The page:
Our study is not without limitations. Differences in case complexity, operative time, and preoperative comorbidities between the two cohorts have been mentioned. In addition, it is difficult to obtain specific details regarding resident involvement from the National Surgical Quality Improvement Program database. Because resident participation may range from retraction and skin closure to shared planning and autonomous execution, a record of resident presence does not necessarily equal resident participation. Few studies have attempted to account for the level of resident involvement. Itani et al. analyzed 610,660 cases from the Veterans Affairs National Surgical Quality Improvement Program database from 1998 to 2004 and documented the impact of “level 3 supervision” on patient outcomes.30 Level 3 supervision was designated when the attending surgeon was available but not physically present in the operating room. Although level 3 supervision accounted for only 2.69 to 8.72 percent of cases, the authors found no adverse effect of level 3 supervision.
Despite the robust statistical power of the National Surgical Quality Improvement Program database, there are also limitations related to the database itself. First, the database tracks only 30-day postoperative outcomes and may not capture long-term complications, such as prosthesis-related infections, which are conventionally tracked for a 1-year period, or hernia recurrence. Second, the database was queried for cases with plastic surgery as the primary service. Depending on how the primary procedure was listed, some combined cases may have been missed in our analysis, such as hernia repairs with general surgery, cranial reconstruction with neurosurgery, flap closures with vascular surgery, and so forth. Nonetheless, our approach limits the potential confounders imposed by a second service, particularly if resident involvement differed between the two services. Finally, cosmetic cases were excluded from analysis. Compared with reconstructive cases, cosmetic cases are generally low-morbidity, outpatient procedures. Because of the elective nature of cosmetic cases, there exists a selection bias from preoperative screening for high-risk conditions such as smoking status. Moreover, the Centers for Medicare and Medicaid Services does not assign relative value units to cosmetic cases, and thus data for this important covariate would have been missing in a large sample of the population.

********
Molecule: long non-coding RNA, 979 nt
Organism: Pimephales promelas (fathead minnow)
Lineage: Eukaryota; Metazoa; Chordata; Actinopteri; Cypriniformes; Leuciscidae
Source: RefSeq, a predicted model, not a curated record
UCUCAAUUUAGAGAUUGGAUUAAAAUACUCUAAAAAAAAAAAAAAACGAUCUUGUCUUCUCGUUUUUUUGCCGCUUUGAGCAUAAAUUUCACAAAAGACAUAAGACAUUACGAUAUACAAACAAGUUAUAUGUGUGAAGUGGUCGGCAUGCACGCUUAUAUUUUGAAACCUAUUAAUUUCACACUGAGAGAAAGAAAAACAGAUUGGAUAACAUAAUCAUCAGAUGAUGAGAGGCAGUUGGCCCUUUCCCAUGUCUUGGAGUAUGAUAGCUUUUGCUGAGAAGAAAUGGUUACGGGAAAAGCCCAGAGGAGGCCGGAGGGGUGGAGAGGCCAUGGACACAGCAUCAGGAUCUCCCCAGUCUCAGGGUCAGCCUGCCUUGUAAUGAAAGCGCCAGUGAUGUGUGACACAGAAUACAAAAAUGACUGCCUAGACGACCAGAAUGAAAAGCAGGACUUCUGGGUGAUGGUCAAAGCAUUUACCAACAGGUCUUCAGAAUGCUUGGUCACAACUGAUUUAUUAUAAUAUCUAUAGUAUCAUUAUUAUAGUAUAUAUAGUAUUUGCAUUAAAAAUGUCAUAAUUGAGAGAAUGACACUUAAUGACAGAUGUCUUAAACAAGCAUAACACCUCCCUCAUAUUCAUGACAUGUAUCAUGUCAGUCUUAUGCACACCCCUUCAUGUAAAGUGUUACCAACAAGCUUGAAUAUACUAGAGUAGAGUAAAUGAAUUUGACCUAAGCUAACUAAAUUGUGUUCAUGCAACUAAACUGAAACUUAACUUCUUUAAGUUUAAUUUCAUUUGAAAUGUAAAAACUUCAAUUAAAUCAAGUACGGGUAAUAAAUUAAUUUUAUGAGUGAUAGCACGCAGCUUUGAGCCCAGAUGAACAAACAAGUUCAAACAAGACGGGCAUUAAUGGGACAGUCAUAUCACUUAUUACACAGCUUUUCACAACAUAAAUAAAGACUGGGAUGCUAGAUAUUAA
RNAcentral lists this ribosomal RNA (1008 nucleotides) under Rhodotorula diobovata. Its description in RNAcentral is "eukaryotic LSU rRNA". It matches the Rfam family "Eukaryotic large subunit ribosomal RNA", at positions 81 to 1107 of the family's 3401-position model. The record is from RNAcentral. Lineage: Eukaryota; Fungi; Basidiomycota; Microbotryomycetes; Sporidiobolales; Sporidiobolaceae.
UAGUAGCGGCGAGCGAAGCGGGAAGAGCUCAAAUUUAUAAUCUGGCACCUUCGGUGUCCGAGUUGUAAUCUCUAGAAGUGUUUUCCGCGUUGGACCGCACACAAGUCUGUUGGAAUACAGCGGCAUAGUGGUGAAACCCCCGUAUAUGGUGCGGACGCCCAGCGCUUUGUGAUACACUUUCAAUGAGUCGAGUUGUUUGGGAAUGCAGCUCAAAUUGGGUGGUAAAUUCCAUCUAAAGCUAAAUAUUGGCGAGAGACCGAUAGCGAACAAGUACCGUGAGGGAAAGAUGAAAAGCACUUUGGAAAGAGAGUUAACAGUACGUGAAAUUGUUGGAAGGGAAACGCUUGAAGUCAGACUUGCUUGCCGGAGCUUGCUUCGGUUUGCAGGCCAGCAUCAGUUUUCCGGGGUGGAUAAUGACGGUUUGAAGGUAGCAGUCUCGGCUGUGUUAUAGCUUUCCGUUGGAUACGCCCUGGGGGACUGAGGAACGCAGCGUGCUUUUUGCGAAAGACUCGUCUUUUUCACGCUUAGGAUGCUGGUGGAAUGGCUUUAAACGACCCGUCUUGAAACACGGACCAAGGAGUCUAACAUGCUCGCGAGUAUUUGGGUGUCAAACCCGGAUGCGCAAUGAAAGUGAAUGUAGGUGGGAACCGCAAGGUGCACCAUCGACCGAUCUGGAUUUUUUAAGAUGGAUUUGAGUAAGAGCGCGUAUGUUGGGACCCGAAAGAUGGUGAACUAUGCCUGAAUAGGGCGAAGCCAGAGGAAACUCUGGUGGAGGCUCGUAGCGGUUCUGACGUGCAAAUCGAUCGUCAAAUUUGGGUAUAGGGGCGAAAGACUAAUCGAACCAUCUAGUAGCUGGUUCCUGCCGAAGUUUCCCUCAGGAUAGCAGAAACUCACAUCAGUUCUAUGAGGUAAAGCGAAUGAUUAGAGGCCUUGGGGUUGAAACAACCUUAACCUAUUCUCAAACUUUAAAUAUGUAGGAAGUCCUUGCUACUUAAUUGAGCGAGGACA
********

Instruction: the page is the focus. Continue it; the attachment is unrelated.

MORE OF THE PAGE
Residency has the dual mission of training future physicians and also providing critical support for academic medical centers. The structured supervisory system based on graduated responsibility ensures that patient safety is maintained while educational goals are met. Our study is the first large-scale study to evaluate outcomes comparing resident involvement in plastic surgery cases. Using an independent, multicenter, prospectively maintained database, we were able to confirm that well-matched cohorts with—and without—resident presence had similar complication profiles. Moreover, even when residents were involved in comparably more complex cases with longer operative times, graft and flap failure and mortality remained similar.